President Nicolás Maduro expresses the position of not participating in the judicial process initiated by Guyana
18 de June de 2018
Letter from President Nicolás Maduro Moros addressed to the President of the ICJ, Abdulqawi Ahmed Yusuf, expressing the position of not participating in the judicial process initiated by Guyana.
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Caracas, June 18, 2018
Abdulqawi Ahmed Yusuf
President of the International Court of Justice
I am pleased to write to you, in your capacity as President of the Honorable International Court of Justice, regarding the letter received on March 29, 2018, from the Secretary of the Court.
In this regard, allow me, Excellency, to express the following:
Venezuela and Guyana are committed by mandate of the Geneva Agreement to reach an amicable, practical and satisfactory settlement for both Parties to their controversy over Guayna Essequiba.
However, Guyana abandoning this purpose to which both States are committed through the Giebra Agreement, intends that the ICJ pave a procedure to hear this controversy by departing from said arrangement.
To this end, it has filed a lawsuit in which it alleges that “the Court would have jurisdiction over this controversy pursuant to the first paragraph of Article 36 of its Statute, by virtue of the mutual consent of Guyana and Venezuela conferred by them in Article IV, second paragraph of the 1966 Geneva Agreement. In said provision of the Agreement, both mutually conferred authority on the Secretary General of the United Nations to choose the means of dispute resolution and, on January 30, 2018, the Secretary-General exercised his authority in choosing the solution by the Court.”
Thus, Guyana’s argument is based on two concomitant elements: a) an alleged consent granted by Venezuela to go to this honorable Court, allegedly inscribed within the Geneva Agreement, although, as its name indicates, this bilateral treaty is directed to reach a friendly settlement and b) the decision of the UN Secretary General to recommend the ICJ.
For these purposes, above all, Venezuela recalls that it has never accepted the jurisdiction of this honorable International Court of Justice, for reasons of its historical tradition and fundamental institutions. Much less would it accept the unilateral presentation of the request made by Guyana, as well as the form and content of the claims expressed therein.
Excellency, very respectfully we report that since Venezuela did not accept the jurisdiction of the Court in relation to the controversy referred to in the so-called “lawsuit” filed by Guyana nor the the unilateral presentation of said dispute, there is no basis that may establish, even a prima facie, the Court’s jurisdiction to consider the claims of Guyana.
The so-called “lawsuit” presented by Guyana does not correspond in any way to the procedures regulated by the Statute, nor by the Regulations of the Court and should be considered subject to Article 38, paragraph 5, of the Regulations of the Court that prevents its inclusion in the General List as well as any procedural act “until the State against which the request is made has not accepted the jurisdiction of the Court for the purposes of the matter in question.”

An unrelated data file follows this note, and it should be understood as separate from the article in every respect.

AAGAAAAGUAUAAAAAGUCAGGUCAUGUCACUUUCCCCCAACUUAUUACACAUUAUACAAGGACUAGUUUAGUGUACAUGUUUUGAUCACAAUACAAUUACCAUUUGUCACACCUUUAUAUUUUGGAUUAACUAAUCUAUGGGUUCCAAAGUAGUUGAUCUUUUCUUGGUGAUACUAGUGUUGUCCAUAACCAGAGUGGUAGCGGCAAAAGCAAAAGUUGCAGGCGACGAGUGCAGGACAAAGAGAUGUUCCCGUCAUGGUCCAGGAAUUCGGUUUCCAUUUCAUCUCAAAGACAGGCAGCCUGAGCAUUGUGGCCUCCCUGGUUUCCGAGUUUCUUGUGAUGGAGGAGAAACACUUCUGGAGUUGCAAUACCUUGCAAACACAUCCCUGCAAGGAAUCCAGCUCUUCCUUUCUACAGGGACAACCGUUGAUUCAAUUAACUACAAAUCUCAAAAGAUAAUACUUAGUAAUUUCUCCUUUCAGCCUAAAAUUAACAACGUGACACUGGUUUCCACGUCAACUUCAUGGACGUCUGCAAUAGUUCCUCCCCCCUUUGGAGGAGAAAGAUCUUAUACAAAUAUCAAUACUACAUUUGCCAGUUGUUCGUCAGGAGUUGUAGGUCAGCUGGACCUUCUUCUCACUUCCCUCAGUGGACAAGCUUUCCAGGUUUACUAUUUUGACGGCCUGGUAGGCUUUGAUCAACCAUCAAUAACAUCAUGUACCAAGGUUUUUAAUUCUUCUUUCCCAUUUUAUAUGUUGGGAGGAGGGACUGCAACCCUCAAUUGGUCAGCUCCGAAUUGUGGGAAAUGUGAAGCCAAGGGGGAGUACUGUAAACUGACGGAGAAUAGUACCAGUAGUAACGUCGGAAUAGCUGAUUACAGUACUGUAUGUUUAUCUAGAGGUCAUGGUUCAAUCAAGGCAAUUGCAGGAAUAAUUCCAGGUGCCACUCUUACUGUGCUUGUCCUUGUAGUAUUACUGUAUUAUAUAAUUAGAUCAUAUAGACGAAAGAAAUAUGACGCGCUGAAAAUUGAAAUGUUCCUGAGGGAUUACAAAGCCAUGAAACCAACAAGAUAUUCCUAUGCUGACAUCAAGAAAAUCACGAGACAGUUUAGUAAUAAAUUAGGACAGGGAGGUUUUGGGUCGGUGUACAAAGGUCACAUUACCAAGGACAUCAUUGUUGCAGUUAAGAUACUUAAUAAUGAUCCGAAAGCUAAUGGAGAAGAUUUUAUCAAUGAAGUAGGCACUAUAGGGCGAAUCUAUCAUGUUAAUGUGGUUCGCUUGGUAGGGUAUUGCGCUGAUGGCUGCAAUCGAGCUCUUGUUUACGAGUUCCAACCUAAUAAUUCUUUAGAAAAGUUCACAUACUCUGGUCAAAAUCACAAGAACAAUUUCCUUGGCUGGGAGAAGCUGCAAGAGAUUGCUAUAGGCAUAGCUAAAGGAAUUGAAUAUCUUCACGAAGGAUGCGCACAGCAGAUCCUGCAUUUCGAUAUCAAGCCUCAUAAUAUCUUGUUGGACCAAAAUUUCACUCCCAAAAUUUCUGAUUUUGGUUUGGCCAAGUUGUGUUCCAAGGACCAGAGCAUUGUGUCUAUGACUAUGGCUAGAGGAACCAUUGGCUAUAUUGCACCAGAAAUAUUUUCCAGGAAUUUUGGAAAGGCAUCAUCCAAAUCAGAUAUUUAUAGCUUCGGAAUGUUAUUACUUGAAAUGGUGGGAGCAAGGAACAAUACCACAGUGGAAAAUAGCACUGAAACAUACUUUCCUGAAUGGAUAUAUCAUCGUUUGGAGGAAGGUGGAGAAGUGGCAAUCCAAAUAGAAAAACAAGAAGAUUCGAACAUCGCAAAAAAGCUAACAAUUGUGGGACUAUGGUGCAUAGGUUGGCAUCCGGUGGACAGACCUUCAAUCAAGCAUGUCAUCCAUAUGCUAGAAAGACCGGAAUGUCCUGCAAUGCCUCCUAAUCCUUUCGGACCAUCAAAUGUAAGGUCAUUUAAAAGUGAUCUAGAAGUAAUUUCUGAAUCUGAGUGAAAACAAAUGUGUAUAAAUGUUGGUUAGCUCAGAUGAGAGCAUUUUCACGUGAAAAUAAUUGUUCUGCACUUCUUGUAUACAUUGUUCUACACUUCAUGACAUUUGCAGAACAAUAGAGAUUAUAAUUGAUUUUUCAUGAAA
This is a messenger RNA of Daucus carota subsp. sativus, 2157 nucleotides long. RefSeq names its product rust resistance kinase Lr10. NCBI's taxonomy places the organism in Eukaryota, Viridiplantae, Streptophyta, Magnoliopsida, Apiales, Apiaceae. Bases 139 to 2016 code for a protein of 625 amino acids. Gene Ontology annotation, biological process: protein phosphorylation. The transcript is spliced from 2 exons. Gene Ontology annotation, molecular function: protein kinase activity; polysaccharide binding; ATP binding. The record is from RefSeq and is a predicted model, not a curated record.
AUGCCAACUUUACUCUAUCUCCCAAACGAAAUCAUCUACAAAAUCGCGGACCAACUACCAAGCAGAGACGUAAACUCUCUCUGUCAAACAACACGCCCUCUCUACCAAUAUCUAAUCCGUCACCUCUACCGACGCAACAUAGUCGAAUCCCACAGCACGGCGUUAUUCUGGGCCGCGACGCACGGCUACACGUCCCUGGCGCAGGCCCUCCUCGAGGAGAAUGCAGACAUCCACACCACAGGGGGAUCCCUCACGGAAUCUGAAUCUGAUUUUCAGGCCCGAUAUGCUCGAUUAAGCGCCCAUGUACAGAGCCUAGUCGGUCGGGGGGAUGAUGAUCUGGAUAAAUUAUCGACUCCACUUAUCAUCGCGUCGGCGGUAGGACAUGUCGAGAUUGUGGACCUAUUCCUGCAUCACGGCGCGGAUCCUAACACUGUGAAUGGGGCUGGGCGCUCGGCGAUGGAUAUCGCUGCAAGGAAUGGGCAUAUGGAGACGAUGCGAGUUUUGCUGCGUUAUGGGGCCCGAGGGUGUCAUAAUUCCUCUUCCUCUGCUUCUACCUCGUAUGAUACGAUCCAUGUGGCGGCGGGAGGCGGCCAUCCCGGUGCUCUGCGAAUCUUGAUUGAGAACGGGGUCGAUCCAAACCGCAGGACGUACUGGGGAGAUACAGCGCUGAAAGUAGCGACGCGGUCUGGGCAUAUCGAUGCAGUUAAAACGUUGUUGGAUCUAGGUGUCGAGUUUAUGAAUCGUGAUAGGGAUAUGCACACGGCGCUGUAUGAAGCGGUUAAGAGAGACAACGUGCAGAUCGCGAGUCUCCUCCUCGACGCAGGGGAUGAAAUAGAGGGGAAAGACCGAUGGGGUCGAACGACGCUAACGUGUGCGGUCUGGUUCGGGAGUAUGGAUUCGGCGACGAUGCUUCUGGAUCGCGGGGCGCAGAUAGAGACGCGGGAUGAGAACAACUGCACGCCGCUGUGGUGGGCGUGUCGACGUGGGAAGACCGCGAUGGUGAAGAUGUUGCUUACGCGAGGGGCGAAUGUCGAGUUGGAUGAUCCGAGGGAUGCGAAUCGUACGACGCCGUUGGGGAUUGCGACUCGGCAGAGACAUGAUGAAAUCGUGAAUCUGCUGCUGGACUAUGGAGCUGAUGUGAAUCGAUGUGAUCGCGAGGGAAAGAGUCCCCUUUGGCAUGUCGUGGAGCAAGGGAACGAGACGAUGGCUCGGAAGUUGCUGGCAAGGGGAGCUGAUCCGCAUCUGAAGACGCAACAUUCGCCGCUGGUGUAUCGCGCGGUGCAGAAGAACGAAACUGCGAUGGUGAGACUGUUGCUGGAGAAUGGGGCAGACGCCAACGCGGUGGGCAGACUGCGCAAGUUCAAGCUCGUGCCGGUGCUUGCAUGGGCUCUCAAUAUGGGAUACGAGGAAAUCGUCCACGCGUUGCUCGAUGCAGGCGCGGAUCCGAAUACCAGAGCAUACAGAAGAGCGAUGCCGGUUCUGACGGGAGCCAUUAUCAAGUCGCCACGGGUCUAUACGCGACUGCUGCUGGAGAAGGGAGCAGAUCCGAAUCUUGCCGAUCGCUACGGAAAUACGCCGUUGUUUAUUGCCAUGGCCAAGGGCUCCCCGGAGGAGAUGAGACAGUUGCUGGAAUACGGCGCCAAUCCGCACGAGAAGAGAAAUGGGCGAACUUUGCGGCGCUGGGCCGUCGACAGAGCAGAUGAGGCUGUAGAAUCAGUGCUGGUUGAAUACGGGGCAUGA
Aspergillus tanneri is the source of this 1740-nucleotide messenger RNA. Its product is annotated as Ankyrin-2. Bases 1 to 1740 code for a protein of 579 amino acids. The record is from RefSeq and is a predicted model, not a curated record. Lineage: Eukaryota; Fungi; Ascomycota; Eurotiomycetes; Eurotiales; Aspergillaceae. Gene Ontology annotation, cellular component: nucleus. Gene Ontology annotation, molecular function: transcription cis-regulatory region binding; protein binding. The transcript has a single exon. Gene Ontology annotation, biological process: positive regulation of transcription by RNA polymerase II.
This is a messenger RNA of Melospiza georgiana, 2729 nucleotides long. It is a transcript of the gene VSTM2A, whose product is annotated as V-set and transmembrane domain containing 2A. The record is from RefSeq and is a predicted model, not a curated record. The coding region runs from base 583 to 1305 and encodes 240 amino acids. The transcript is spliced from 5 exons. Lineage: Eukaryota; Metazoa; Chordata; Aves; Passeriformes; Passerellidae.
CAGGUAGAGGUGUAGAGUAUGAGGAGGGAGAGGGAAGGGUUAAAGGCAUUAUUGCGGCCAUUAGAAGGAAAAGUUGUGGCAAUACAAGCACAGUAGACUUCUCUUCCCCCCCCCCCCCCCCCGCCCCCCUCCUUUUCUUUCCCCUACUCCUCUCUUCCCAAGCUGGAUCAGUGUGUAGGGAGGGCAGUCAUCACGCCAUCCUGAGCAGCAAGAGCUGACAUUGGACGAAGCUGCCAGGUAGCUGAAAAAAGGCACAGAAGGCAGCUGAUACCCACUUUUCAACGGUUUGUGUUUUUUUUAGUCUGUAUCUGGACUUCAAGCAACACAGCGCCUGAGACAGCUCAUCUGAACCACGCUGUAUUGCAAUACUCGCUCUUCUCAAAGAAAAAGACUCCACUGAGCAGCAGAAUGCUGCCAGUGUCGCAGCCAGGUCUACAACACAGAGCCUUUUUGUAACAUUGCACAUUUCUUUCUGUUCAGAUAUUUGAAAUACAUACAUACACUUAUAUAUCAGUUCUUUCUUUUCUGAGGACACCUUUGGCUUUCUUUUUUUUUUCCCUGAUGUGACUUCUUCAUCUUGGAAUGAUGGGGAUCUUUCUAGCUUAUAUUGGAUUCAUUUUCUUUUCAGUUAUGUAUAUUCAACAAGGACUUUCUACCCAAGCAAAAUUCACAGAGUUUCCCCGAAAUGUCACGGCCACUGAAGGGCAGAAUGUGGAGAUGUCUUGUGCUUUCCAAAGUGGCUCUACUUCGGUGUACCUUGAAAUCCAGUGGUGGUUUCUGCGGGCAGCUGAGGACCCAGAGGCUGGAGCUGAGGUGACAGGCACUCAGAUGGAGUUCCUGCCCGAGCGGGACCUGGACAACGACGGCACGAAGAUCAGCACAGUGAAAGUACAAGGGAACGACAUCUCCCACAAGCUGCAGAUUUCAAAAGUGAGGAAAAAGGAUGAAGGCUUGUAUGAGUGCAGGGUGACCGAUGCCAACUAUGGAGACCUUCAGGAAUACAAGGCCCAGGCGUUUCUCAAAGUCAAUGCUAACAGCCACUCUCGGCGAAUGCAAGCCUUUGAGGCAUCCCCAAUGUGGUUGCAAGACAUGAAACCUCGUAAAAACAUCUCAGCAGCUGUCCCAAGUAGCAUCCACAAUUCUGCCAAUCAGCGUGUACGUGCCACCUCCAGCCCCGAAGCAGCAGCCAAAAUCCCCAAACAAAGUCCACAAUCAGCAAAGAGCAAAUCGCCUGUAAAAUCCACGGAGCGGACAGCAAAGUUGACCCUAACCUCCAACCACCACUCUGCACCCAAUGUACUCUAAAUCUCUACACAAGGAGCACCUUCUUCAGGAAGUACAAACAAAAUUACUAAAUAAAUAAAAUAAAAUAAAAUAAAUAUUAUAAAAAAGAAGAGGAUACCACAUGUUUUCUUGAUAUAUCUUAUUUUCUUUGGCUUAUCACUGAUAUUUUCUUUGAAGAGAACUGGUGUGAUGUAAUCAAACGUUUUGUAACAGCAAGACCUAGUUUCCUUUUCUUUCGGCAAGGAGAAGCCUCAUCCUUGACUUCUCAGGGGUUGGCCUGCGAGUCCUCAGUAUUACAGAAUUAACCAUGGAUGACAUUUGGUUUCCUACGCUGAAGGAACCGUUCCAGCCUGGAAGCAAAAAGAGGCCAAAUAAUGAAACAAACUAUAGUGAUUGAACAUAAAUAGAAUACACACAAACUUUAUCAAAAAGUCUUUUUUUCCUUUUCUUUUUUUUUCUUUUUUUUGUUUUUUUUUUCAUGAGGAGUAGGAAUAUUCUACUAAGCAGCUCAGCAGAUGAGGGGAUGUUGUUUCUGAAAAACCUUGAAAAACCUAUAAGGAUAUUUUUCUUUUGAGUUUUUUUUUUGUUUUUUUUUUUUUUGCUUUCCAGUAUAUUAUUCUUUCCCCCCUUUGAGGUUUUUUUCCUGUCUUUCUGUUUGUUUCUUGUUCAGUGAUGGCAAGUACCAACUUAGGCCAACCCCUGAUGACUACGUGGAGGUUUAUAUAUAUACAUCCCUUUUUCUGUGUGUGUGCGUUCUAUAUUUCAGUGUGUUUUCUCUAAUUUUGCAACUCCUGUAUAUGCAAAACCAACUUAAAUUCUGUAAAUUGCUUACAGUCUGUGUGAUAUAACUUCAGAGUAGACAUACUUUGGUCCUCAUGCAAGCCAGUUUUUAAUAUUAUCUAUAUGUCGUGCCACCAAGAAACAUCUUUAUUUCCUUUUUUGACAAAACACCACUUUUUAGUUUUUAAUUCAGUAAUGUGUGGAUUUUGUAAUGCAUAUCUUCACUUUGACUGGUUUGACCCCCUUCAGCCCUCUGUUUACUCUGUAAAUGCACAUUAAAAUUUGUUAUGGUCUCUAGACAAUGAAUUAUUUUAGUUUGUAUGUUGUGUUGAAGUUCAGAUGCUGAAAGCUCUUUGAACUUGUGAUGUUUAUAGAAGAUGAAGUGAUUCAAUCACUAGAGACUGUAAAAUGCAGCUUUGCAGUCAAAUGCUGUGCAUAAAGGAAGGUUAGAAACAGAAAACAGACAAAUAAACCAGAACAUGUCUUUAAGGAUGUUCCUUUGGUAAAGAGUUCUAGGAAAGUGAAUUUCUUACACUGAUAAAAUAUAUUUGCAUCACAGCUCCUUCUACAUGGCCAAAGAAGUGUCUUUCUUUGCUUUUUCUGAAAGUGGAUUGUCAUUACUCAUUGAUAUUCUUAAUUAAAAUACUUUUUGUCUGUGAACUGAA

In the absence of any provision in Article IV, paragraph 2, of the 1966 Geneva Agreement (or in Article 33 of the UN Charter, to which said provision refers) on (i) the jurisdiction of the Court and (ii) the modalities to resort to it, the establishment of the jurisdiction of the Court, requires, in accordance with a well-established practice, both the express consent granted by both parties in the dispute to submit to the jurisdiction of the Court and a joint agreement from the Parties notifying the submission of said dispute to the Court.
The sole object, purpose and legal effect of the decision of January 30, 2018 of the Secretary-General of the United Nations, pursuant to paragraph 2 of Article IV of the Geneva Agreement, is “to choose” a specific means for the friendly settlement of the controversy.
On the other hand, the jurisdiction of the Court under Article 36 of the Statute and the modalities to go to it in accordance with Article 40 of the Statute, are not regulated by the Geneva Agreement. In the absence of an agreement between the Parties expressing their consent to the jurisdiction of the Court under Article 36 and, in the absence of an agreement between the Parties accepting that the dispute may be brought before the Court unilaterally, and not jointly, as established in Article 40, there is no good basis for jurisdiction of the Court regarding the so-called “Guyana lawsuit”.
Under these circumstances, and taking into account the foregoing considerations, the Bolivarian Republic of Venezuela will not participate in the procedure that the Cooperative Republic of Guyana intends to initiate by unilateral action.
Venezuela reiterates its strictest adherence to the legal provisions for the resolution of this dispute through the Geneva Agreement that commits the Parties to reach a practical and mutually satisfactory settlement through friendly negotiations. Consequently, its takes the opportunity to reiterate its permanent invitation to Guyana for this purpose, encouraged by its impregnable diplomacy of peace and good neighborliness.
Your Excellency, while thanking for your attention to this communication, I wish to tell that we are sure of being able to reach an agreement mutually acceptable to both parties as established by the legally binding Agreement, and validly deposited within the United Nations, which unequivocally regulates the Territorial Controversy between Guyana and Venezuela, where direct negotiation will allow, without doubt, to reach a final resolution in favor of peace for the peoples of Guyana and Venezuela.
I avail myself of the opportunity to express to you the assurances of my distinguished consideration.
Nicolás Maduro Moros